You’ve seen my review of Remini’s analysis of this guy’s political importance, but today you hear it from the horse’s mouth. Martin Van Buren, 8th President of the United States, was heavily involved with Jacksonian democracy. As part of my usual Andrew Jackson’s birthday month, I’m writing a review of his ally’s biography.
The Autobiography of Martin Van Buren
Author: Mostly Martin Van Buren, edited by John Clement Fitzpatrick
1920 (though written between 1854 and Van Buren’s death in 1862)
Google Books Link
As a sheer, crazy warning: no copy of this book exists for you that isn’t a photocopy, digital scan, or the absolute worst of scan-to-text automatic translations. The random markings on the original print versions that exist make automatic text translations hard. The best copy I found was the Google Books version linked above. It is my goal to one day type this up for Gutenberg or something; if you know how to get something to Gutenberg, let me know and I’ll probably start this adventure.
This book took me an insane amount of time to read. From a very basic perspective that no currently available copy is truly legible, to the fact that it’s written in some of the most esoteric, 19th-century brouhaha language out there (complete with enormous paragraph-sentences that make even the one you’re reading cry in embarrassing smallness), this book was hard. That in and of itself makes this a less-than-enjoyable read.
Beyond that, it’s woefully incomplete. Besides ignoring some important aspects (I personally thought it glanced far too quickly over Van Buren’s role in the Tariff of Abominations), it ended before even Van Buren’s presidential nomination. The book mentions the nomination and administration many times, but even in its own largesse, the volume(s) end suddenly because Van Buren died before completing it. It would have been very interesting to read what he intended (explaining his post-presidential actions of never giving up and trying to pull a Grover Cleveland). As it was, you get one of the most one-sided, biased, incredible self-masturbatory pieces of all time.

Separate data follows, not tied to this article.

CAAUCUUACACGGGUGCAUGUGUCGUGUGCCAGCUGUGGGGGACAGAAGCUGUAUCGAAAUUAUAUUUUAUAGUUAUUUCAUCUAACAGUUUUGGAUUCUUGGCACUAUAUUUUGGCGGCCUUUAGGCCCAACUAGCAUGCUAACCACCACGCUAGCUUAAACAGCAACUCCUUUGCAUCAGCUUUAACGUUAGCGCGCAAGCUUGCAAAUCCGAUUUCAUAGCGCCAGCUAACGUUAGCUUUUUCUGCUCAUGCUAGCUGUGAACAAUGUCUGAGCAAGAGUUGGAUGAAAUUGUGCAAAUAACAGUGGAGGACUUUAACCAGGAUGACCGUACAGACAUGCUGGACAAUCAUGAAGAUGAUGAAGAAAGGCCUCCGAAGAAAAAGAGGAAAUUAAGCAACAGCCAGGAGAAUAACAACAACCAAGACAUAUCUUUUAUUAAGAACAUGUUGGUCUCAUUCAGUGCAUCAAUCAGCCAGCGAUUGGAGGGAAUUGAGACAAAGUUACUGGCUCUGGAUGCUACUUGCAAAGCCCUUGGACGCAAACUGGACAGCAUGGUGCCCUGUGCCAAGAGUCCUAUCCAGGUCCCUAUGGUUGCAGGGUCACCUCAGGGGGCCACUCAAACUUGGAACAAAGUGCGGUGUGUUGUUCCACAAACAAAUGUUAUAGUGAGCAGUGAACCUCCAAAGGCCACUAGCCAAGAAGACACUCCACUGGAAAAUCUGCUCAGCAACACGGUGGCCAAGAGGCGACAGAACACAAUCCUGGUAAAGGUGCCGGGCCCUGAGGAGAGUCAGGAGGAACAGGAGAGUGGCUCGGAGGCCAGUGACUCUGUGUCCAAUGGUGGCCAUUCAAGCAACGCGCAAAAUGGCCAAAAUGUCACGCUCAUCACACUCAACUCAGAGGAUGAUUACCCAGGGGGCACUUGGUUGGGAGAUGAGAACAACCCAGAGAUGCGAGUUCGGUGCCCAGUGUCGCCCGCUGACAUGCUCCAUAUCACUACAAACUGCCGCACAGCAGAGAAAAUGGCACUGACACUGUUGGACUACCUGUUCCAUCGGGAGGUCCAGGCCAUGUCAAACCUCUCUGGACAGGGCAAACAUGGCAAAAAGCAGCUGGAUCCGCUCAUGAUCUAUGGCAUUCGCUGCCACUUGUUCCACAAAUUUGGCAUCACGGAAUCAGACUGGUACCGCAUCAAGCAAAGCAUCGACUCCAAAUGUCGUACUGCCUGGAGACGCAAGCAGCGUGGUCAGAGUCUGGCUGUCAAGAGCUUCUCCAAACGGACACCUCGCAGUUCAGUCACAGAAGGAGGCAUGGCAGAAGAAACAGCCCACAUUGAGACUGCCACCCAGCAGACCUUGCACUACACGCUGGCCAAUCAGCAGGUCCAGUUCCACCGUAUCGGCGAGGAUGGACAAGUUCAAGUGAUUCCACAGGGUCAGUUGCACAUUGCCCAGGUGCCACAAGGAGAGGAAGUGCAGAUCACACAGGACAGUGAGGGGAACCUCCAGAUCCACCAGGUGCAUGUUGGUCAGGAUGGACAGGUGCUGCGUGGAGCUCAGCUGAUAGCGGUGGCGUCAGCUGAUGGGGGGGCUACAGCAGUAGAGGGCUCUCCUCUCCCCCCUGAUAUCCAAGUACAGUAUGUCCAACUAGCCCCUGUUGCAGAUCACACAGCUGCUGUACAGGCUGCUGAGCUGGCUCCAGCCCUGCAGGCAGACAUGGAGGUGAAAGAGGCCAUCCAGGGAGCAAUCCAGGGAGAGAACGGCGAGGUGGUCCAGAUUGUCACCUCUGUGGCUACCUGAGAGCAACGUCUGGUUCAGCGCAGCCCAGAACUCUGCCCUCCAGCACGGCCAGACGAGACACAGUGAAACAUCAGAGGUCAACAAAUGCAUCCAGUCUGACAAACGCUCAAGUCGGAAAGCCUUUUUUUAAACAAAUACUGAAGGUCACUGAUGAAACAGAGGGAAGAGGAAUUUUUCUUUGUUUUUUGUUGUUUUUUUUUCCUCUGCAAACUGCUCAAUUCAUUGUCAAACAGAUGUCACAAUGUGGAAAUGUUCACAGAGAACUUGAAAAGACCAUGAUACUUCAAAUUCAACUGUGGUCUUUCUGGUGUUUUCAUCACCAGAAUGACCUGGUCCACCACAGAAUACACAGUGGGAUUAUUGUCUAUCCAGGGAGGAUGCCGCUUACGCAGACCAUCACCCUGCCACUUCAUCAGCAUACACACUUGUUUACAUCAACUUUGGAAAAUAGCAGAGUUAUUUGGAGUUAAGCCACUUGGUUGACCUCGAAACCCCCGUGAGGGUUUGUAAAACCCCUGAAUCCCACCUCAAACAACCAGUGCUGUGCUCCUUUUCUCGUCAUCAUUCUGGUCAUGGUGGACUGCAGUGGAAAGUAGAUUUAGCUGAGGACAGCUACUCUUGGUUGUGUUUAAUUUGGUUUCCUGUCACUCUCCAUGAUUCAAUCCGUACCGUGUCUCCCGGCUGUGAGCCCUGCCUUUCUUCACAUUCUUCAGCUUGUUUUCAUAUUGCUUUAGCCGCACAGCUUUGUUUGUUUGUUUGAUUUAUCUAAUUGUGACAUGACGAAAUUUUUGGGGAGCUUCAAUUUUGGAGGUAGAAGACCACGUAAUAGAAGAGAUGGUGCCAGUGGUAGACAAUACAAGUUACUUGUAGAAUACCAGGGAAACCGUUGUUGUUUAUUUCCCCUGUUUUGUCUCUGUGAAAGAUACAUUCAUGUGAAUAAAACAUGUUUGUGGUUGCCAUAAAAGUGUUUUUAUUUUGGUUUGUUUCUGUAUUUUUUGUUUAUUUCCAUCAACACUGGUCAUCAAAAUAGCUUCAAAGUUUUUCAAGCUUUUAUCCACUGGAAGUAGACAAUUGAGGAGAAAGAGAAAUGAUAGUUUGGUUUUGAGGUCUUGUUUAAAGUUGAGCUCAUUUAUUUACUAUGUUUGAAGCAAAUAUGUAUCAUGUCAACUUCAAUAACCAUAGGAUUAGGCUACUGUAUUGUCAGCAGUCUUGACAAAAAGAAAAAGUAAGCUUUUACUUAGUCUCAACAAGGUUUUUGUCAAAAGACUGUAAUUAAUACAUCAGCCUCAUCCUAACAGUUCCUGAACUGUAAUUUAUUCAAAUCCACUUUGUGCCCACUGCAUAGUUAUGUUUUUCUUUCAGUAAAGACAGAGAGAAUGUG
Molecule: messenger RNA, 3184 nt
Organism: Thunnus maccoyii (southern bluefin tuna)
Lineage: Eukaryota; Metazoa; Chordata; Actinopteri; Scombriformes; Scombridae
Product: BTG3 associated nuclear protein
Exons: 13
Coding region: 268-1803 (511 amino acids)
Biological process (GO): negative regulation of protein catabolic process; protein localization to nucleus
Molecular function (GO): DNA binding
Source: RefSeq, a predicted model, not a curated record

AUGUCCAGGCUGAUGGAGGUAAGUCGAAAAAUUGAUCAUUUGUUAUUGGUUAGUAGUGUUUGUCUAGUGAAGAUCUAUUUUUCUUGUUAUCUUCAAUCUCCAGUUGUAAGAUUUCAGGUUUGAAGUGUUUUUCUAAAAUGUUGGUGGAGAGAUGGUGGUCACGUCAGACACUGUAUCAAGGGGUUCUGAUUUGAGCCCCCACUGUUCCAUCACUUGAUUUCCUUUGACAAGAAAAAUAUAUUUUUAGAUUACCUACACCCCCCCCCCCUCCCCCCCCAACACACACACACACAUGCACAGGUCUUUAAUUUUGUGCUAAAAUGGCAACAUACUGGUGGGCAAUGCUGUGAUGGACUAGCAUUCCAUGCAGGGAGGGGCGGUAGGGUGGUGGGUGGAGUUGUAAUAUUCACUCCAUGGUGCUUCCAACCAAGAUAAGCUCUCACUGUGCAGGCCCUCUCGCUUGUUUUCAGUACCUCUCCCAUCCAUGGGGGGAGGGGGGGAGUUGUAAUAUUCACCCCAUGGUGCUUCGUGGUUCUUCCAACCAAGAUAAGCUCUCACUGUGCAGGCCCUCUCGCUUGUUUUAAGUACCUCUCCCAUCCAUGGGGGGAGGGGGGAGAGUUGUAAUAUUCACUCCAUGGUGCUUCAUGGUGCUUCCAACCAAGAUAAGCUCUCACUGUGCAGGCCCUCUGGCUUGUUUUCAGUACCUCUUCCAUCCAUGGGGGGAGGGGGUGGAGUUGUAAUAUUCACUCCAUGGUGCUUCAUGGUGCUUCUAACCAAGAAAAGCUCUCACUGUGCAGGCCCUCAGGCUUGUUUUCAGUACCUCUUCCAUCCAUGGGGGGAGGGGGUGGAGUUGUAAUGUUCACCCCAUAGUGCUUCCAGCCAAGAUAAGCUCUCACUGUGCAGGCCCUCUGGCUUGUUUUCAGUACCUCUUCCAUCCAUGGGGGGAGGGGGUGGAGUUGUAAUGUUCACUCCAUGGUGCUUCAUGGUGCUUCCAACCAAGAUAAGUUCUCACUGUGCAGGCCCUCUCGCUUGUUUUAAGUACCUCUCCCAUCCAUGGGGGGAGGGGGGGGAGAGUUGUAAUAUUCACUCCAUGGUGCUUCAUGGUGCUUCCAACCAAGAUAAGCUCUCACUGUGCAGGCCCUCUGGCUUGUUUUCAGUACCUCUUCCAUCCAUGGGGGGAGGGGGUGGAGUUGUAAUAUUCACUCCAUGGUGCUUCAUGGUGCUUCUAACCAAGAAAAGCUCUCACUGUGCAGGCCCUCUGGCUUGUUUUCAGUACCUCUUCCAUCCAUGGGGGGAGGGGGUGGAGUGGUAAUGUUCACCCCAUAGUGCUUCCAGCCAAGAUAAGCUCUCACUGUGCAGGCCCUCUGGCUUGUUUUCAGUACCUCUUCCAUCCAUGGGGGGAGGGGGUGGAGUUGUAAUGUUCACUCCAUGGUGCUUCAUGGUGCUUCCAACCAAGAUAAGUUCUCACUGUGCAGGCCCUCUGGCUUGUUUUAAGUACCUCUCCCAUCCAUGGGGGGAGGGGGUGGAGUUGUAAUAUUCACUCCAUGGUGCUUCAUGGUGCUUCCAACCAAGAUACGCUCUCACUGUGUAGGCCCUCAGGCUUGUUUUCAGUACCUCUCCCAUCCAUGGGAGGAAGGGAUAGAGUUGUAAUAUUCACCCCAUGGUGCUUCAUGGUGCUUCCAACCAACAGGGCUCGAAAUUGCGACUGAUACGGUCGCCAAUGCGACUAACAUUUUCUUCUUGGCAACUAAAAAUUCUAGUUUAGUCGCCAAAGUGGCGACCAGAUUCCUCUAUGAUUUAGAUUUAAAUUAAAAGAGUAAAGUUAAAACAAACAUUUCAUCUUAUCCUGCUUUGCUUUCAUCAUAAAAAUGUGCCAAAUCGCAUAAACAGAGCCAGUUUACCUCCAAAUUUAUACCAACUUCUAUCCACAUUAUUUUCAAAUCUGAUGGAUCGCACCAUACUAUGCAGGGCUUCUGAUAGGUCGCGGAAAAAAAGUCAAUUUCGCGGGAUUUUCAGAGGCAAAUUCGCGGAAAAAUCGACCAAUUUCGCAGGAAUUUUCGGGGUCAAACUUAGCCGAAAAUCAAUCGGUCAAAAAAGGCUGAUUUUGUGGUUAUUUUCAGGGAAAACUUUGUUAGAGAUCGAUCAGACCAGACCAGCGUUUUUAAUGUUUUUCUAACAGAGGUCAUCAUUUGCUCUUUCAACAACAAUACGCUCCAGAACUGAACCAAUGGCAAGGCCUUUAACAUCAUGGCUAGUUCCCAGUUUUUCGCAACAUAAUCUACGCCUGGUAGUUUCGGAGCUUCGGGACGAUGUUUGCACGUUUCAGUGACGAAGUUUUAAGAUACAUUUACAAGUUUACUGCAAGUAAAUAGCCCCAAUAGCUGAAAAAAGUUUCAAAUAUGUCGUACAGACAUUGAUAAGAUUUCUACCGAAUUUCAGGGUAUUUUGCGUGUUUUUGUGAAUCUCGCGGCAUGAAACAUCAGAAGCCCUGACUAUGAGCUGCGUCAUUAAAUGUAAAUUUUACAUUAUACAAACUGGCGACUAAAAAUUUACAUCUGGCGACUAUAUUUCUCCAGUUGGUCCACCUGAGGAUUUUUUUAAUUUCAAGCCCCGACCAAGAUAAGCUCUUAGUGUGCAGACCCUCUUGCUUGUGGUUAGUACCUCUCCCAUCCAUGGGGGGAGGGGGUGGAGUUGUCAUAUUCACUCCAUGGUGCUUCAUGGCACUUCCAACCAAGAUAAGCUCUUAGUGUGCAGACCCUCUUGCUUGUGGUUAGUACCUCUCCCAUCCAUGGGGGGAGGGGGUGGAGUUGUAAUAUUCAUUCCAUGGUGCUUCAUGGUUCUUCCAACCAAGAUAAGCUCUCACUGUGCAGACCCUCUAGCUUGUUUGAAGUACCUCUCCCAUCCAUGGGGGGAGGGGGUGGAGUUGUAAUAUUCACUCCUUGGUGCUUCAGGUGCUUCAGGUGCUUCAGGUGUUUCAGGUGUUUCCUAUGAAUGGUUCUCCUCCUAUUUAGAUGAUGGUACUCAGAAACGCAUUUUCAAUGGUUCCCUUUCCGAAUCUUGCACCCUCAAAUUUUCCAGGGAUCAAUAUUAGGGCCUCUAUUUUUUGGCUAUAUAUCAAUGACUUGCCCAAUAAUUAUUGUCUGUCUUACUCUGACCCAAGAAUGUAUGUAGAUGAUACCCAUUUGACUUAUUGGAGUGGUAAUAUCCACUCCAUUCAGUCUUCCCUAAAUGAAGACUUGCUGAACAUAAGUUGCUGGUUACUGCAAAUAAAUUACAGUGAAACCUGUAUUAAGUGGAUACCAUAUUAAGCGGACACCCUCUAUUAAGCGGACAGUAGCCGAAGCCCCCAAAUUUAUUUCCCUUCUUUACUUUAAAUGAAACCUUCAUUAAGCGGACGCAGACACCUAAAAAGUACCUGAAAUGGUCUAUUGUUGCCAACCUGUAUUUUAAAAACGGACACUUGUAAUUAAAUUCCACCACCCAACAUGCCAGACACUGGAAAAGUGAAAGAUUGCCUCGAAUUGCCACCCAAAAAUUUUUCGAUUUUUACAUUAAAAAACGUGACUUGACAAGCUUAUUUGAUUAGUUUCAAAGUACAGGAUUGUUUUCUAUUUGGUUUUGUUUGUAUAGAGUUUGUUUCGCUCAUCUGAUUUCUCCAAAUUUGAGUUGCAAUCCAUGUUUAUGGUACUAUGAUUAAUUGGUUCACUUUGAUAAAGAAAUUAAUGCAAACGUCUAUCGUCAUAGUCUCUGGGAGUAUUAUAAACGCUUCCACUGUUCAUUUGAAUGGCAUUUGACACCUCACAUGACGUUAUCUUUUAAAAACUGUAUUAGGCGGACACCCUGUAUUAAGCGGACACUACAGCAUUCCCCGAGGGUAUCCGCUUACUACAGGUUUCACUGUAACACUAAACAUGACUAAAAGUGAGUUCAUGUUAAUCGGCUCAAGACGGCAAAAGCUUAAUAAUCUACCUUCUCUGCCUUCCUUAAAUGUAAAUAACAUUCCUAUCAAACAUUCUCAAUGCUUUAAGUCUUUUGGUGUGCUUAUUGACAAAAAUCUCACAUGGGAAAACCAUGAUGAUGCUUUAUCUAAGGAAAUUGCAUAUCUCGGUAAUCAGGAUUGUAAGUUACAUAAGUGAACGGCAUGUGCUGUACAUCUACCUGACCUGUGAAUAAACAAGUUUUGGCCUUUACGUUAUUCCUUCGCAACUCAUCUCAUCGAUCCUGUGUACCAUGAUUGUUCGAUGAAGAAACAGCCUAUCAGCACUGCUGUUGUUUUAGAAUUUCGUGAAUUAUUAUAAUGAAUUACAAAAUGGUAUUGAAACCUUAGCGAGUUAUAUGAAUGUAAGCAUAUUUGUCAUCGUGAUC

Van Buren was a politician’s politician. If you’ve seen West Wing, think of him as the OG Josh Lyman AND Toby Ziegler wrapped together in one supergenius slimeball. The book is intended to entirely vindicate Van Buren and his actions, and it’s meant to paint himself in the greatest light possible. I think one of my favorite parts was early in the book, when he was New York attorney General (1815-1819). He sent people he didn’t like on fool’s errands to keep them out of the way. He schemed his way onto the canal board, screwed over DeWitt Clinton in lovely ways, and “just happened to find himself” nominated and elected to ever higher position. What a coincidence.
He also seems like one of those people who save every scrap of paper ever written on or sent to him in order to screw people over later. He would stuff copies of letters from enemies in envelopes, then send them to third parties who could screw over lives if they wanted. In the autobiography, he would claim he was doing the right thing or that he was forwarding information in the simplest way. It was blatantly obvious it was just him stirring things up.
It was absolutely incredible how the man found papers and letters to twist everything around to vindicate himself and villainize others (especially Daniel Webster, who he seems to have had it out for). He claimed credit where he was due none or little. He was just this absolute Little Magician.
4/5 Discoball Snowcones (I’m biased)
What’s the point? Not even Van Buren finished this, so why should you? Honestly I recommend this to no one.
I read the H.W. Brands biography of Andrew Jackson, creatively titled Andrew Jackson: His Life and Times.